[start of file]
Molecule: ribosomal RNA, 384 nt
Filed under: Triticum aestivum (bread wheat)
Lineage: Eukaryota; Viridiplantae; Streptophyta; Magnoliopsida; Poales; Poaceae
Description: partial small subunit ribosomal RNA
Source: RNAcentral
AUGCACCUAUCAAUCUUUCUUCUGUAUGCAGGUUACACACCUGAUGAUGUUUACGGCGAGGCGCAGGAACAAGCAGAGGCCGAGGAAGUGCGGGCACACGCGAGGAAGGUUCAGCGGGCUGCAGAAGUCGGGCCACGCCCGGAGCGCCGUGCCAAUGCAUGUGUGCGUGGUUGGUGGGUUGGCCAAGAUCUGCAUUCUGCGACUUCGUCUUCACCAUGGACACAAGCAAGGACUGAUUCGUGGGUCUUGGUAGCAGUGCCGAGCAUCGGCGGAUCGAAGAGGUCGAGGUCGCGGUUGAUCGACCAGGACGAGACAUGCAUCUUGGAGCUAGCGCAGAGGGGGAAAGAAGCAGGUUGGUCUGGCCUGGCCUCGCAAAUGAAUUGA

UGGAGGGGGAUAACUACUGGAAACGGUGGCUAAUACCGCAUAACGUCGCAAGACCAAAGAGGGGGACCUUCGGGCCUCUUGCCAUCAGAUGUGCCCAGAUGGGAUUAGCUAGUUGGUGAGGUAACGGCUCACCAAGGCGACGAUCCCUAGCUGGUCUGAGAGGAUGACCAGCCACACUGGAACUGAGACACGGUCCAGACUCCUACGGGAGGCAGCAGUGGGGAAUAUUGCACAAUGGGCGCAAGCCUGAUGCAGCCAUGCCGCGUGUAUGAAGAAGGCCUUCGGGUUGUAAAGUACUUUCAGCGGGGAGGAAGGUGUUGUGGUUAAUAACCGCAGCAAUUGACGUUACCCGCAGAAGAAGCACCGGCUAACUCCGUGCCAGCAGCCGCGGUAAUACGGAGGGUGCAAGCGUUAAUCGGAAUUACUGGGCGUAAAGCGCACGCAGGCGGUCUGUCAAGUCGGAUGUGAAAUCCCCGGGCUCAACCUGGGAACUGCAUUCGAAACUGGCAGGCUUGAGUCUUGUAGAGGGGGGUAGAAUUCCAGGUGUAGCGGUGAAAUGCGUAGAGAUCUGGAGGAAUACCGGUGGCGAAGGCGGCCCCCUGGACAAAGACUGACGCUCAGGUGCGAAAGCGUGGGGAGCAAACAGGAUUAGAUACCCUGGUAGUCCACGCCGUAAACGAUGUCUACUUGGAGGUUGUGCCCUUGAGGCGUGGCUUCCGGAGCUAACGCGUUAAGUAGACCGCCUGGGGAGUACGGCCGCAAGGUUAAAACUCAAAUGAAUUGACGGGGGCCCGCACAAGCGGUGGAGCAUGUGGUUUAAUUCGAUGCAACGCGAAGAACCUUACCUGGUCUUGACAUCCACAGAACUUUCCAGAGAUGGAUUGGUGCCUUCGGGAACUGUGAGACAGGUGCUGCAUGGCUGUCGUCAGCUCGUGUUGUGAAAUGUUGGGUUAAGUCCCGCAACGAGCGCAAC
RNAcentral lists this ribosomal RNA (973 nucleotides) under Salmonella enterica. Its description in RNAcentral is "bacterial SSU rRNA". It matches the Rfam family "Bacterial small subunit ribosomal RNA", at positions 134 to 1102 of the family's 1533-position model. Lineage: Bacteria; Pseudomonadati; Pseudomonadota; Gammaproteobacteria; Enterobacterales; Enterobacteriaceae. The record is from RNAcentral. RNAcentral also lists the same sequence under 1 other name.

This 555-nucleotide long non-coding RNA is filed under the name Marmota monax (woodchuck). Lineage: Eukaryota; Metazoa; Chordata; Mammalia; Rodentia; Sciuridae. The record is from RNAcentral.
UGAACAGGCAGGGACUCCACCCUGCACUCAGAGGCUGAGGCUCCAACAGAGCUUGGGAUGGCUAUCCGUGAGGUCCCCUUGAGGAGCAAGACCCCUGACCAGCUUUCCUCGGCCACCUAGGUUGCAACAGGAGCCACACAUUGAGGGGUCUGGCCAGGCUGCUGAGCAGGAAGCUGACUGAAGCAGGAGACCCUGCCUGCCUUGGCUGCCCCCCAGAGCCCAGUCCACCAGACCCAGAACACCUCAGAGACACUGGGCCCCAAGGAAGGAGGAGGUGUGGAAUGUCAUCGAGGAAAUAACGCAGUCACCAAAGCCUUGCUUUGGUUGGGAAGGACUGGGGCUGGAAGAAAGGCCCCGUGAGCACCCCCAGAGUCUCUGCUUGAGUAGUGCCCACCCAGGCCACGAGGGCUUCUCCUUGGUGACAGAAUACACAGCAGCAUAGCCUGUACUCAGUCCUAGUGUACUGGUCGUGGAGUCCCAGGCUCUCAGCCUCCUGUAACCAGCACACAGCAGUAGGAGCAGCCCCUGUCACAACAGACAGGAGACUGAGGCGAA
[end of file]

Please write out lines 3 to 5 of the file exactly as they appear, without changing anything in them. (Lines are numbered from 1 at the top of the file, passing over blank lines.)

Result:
Lineage: Eukaryota; Viridiplantae; Streptophyta; Magnoliopsida; Poales; Poaceae
Description: partial small subunit ribosomal RNA
Source: RNAcentral